We know of these events from Father Bartolomé de las Casas who had relinquished his right to control land and Indians, following the example of Dominicans in Hispaniola. They had become preachers of a new type of humanism, decisively opposing such methods of exploitation on the basis of a greater sentiment – that of American men seen as human beings, and not beasts able to reproduce sounds as any other wild animal creature.  It was thanks to Brother Bartolomé’s attitude that the Pontificate eventually acknowledged locals – that is, American Indians – and their human nature at the historical debate known as Valladolid Meeting.  Colonists’ greed, however, did not abate. So, it is known that an Indian uprising led, in 1528, to the moving of Puerto Príncipe to what would be its final seat – a place equidistant from both coasts, between Tínima and Jatibonico Rivers.
It is important to note that towns founded in Cuba often had an original settlement that would be moved to a different site, which became their final location.  The same happened with San Salvador de Bayamo and Santísima Trinidad, which are both celebrating this year their 500th anniversary. The latter was originally founded by Governor Diego Velázquez on the banks of the Arimao River, near Jagua Bay, and it was not until mid-1515 that it was moved to its current location at the foot of the majestic Escambray Mountain Range.
As for Bayamo, suffice to say that its relationship with Camagüey grew through Silvestre de Balboa, a poet from the Canary Islands who was based in this city where he worked as a Town Council clerk. It was here that he wrote his Espejo de paciencia [Mirror of Patience], a literary work dated 1608, which testifies to the beginning of Cuban literature. His manuscript is among the papers kept by Bishop Pedro Agustín Morell de Santa Cruz. That poem relates to the early black hero Salvador Golomón’s epic battle, when he cut off pirate Gilberto Girón’s head, saving the Island’s bishop Mr. Juan de las Cabezas y Altamirano, who was visiting that native Indian land in Bayamo – land of the Saviour.
Yesterday, when our plane’s wings smoothly descended on Camagüey’s land, we enjoyed an aerial view of what is known by locals as the savanna – so-called by Bartolomé de las Casas: “… a large grassland of more than ten leagues.” He described it as “very good land”, which indeed it has been over the years, with thousands of cattle pastures emerging from its fertile soil which also produced red clay for old Roman- and Arab-style roofs, walls and large earthenware jars.  Today, they adorn the courtyards of the oldest houses which proudly bear “The Camagüey,” potters’ identity seal. It would seem as though this city’s history, which is Humankind’s history as well, was imprinted in the clay of those indestructible jars.
You have to know the symbols to be able to go deeper into that history. It’s the history of the passage of those lords whom – like the Four Horsemen of the Apocalypse – entered this land, each one bringing invention and modernity with great violence – horses, gunpowder, steel and the wheel. And in the face of such an imperative, the most powerful of empires fell upon the Americas – those of the upper Mexican plateau and thousand-year-old Peru – while Mayans in Central America were being driven to extinction a long time before. As for our indigenous people; “neither mine nor yours” as the great chronicler Pedro Mártir de Anglería put it – they succumbed to the sword, disease and grief. They became a mere drop of blood lost in our veins. Their names have survived, however, in our cities’ last names – Nuestra Señora de la Asunción de Baracoa, San Salvador del Bayamo, Santa María del Puerto del Príncipe del Camagüey, San Cristóbal de La Habana, and only cities like Santísima Trinidad, el Espíritu Santo (Sancti Spiritus), San Juan de los Remedios and Santiago de Cuba – the second Santiago in the Americas – have remained to testify to the conquistadors’ ideology.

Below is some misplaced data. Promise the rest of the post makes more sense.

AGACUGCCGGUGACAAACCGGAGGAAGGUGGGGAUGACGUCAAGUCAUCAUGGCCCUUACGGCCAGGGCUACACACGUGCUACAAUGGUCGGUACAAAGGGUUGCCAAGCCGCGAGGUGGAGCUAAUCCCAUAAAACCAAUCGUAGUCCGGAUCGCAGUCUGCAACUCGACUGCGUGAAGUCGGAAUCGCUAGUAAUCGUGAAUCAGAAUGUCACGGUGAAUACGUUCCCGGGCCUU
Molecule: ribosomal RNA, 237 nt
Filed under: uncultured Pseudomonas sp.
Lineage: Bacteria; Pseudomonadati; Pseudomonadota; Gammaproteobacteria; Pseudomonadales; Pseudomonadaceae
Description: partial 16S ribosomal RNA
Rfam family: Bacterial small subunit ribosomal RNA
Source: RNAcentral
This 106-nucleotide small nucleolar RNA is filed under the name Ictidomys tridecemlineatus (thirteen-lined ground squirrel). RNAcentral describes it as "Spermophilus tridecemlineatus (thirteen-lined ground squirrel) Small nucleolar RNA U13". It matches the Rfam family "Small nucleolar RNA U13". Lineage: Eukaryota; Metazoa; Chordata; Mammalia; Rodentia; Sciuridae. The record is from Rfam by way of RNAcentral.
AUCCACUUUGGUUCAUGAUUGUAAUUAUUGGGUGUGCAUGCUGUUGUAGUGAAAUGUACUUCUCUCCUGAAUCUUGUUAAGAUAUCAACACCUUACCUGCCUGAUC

Election principles were established in our continent on the basis of the Town Council – an institution from Castile. No wonder it was praised by José Martí, when he said: “The municipality is the root and the spice of freedom.” That institution represented the rights of those chosen ones, whose names appeared later in history as lords of a patriarchal caste, but who did not hesitate at a specific moment to give up their privileges in search of greater things. Contrary to other parts of the world where members of that caste clung on to their class power, what then happened here was that they relinquished that power in the name of an ideal involving victory of the development of ideas over the status quo.
That is why, when I attended the ceremony at the Square this morning, I noticed the four palm trees as a reminiscence of Joaquín Agüero’s and his fellow countrymen’s sacrifice in 1851. On the occasion of a primal anniversary of that event, I wrote an article at the request of former Rebel Army Captain Jorge Enrique Mendoza Reboredo – a radio announcer of lovely diction from Camagüey – to vindicate that patriot. The idea is that, in those days, Agüero could not be absolutely, clearly and definitively convinced that full independence was the solution, because such sentiment would only appear later. That is what we saw at the museum that has fortunately reopened, thanks to the selfless work by our nation’s cultural heritage workers. The Lugareño’s (The Local’s) ideals, which were so influential at that time, would have evolved until he understood that such freedom was possible without the need to turn to our powerful friend from the North, whose plans apparently had to be accepted by Cuba by some sort of natural or geographical mandate.